[time-nuts] Three-cornered hat on timelab?

Magnus Danielson magnus at rubidium.se
Sat Apr 29 07:45:02 EDT 2017

Hi Bob,

On 04/27/2017 06:48 PM, Bob Stewart wrote:
> Hi Magnus,
> Try as I might, the weather and the local power company had other ideas
> about my long term capture.  I'm running everything but the 5370 from a
> UPS.  I guess I'm going to have to get batteries for my other UPS and
> run the 5370 from that.  A one second power loss was all it took to stop
> the test.

Annoying, but you got some good values never the less.

> Anyway, I did manage to get 376,238 points of data.  The data is
> captured on a 5370A.  The external clock input and the STOP channel are
> fed by the 10MHz from my PRS-45A.  The START channel is fed by the 10MHz
> from one of my GPSDOs.  The EXT channel is fed by the 1PPS from another
> of my GPSDO units.  "EXT ARM" is enabled.  So, essentially, at every
> 1PPS pulse, the phase difference between the two 10MHz feeds is captured.

OK, this seems like a good setup.

> I've attached a screenshot of the phase plot which can also be found here:
> http://evoria.net/AE6RV/Timelab/Screenshot.png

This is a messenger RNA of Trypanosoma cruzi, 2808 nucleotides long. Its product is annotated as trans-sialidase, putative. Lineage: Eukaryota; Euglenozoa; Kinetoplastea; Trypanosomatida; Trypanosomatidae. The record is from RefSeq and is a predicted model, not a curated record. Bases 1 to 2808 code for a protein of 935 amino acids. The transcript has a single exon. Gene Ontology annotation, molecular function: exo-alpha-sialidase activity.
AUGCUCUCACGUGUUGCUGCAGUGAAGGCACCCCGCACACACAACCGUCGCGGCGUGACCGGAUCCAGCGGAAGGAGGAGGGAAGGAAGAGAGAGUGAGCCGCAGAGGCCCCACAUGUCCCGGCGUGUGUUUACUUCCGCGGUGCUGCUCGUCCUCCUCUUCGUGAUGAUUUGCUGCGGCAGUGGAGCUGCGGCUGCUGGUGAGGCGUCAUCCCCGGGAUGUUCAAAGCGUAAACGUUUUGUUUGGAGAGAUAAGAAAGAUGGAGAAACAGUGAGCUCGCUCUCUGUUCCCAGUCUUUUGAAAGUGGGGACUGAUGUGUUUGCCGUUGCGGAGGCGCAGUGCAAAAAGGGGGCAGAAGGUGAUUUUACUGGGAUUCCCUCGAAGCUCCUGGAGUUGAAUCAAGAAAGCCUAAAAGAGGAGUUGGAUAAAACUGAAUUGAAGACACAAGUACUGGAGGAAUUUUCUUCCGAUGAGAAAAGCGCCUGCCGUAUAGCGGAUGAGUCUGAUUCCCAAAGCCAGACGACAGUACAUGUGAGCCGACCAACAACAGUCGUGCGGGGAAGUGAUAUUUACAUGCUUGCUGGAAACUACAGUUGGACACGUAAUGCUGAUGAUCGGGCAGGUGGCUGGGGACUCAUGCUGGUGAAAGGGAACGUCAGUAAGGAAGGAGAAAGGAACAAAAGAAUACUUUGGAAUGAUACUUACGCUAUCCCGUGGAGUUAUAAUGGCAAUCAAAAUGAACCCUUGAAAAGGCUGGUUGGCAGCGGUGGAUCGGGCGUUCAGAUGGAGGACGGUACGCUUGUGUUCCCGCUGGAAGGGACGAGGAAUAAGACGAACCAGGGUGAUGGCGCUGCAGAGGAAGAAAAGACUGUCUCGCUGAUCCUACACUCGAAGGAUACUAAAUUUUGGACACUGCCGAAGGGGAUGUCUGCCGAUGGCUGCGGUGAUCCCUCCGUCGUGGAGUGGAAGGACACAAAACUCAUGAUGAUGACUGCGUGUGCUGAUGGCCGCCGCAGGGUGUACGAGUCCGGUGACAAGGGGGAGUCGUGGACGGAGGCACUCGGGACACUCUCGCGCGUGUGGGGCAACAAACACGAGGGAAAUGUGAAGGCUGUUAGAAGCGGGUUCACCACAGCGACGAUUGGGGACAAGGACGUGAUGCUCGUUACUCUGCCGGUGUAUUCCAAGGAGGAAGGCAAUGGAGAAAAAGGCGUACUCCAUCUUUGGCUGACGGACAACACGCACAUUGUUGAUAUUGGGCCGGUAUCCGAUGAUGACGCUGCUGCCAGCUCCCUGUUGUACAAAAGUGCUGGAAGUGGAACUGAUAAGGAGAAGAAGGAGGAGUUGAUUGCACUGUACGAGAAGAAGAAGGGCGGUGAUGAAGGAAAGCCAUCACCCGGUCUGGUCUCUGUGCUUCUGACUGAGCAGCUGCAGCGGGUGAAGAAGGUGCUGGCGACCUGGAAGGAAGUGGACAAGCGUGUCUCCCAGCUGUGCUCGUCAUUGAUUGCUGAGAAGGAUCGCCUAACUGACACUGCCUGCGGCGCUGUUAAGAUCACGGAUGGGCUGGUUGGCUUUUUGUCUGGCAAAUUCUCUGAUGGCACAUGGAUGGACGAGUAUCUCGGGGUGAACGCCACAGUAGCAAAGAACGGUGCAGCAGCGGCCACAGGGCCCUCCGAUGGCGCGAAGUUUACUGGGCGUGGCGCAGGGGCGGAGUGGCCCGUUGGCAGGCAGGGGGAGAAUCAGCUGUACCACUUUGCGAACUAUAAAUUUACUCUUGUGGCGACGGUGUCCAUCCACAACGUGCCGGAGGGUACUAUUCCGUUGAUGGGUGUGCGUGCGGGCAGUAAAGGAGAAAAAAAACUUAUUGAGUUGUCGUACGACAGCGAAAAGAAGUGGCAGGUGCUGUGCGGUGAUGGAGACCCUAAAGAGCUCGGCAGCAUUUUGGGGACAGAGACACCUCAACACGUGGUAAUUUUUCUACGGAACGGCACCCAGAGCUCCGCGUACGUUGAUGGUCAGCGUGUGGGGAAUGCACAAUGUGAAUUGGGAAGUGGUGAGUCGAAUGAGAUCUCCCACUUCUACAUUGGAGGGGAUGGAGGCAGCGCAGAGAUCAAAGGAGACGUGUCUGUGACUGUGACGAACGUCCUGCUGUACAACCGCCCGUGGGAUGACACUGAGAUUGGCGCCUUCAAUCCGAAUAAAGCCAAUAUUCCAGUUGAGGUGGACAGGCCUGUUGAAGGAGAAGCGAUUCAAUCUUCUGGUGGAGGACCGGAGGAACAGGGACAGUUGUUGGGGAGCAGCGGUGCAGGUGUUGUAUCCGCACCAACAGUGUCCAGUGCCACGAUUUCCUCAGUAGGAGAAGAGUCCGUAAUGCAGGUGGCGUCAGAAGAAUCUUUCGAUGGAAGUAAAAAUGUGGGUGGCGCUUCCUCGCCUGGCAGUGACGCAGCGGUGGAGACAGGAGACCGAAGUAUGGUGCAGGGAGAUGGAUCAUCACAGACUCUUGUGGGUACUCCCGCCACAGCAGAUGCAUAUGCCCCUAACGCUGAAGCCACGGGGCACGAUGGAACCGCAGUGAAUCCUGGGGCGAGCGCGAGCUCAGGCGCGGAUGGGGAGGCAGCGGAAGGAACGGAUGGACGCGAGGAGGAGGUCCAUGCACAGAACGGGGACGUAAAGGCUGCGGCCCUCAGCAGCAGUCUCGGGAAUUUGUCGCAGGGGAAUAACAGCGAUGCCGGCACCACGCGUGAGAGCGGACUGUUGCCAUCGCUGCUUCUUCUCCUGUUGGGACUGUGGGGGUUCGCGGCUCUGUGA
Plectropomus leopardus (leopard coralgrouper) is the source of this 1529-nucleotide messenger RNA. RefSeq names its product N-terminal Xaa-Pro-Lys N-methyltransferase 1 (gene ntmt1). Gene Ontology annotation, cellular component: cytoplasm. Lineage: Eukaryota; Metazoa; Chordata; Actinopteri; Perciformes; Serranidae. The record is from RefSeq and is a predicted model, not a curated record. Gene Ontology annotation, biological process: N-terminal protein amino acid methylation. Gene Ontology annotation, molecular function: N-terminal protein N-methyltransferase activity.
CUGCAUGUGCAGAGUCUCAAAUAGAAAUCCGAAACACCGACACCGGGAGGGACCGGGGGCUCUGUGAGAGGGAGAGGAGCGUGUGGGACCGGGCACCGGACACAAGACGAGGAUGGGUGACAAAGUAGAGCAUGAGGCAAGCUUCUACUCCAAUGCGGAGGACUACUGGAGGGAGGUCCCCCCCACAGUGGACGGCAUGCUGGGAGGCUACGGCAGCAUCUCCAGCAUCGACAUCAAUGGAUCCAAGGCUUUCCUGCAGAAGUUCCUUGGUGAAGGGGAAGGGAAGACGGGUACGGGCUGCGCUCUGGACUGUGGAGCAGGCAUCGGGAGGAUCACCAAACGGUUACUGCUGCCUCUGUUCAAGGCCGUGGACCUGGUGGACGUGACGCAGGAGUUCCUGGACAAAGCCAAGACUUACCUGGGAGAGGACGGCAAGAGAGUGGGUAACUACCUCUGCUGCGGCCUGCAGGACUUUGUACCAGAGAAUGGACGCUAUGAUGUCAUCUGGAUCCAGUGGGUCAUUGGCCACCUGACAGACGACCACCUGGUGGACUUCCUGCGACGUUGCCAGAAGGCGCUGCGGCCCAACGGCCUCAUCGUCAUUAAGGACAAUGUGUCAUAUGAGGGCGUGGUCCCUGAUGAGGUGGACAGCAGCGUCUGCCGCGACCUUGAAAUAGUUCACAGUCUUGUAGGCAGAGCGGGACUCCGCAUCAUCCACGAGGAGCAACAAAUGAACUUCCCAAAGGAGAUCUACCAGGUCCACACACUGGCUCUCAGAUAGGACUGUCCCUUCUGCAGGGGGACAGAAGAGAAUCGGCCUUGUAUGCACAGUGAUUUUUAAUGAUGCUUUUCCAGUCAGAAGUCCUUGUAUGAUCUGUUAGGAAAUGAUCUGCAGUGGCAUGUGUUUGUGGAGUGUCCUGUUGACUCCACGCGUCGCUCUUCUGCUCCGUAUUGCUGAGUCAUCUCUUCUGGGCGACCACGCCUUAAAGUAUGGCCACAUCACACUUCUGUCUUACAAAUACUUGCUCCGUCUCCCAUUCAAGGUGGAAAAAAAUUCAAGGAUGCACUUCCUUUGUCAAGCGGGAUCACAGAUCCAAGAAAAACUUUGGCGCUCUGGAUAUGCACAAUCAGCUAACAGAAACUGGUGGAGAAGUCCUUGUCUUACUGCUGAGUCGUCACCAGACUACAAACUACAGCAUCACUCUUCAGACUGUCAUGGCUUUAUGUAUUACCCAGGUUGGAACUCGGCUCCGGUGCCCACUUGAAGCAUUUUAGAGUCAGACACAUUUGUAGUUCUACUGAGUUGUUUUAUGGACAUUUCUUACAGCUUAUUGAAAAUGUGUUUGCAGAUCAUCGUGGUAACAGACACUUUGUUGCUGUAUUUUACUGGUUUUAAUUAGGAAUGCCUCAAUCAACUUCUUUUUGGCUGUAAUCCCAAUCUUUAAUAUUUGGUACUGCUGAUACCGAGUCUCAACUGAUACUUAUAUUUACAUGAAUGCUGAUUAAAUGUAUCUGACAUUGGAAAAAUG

> I've also made the timelab file (compressed by 7z) available here:
> http://evoria.net/AE6RV/Timelab/GFSvsCS.

Thank you for providing the data, I downloaded it so I can play around 
with it, which I naturally did. :)

> So, back to my question:  Where are the large ionospheric phase moves?
> This question has been causing me doubt since I started on this
> project.  Or don't I still have enough data collected for this to happen?

Your data seems to be more affected by constellation shifts, as the 
period of about 43080 s seems to be a period of the constellation.
You either have averaged out to a somewhat incorrect position of your 
antenna or you have sub-optimal position of your antenna.

It gives you a peak-to-peak amplitude of about 10 ns or so.

The ionospheric errors has a period of 86400s, so to get a clear 
separation of these would take more data. However, playing around with 
the data in TimeLab allowed me to filter out some of the other systematics.

The day-to-day variations is noticeable. I wonder how much of that is 
thermal though. The building variations was filtered out in the process.

One has to identify a number of these potential disturbances, estimate 
their size in order to more clearly see other things. TimeLab has a 
notch filter to notch out a particular frequency. It would be nice if an 
alternative approach would be to give the notch a period.

One has to recall that even and odd harmonics to a disturbance frequency 
can be there, as it is not always a pure sine disturbance.


More information about the time-nuts mailing list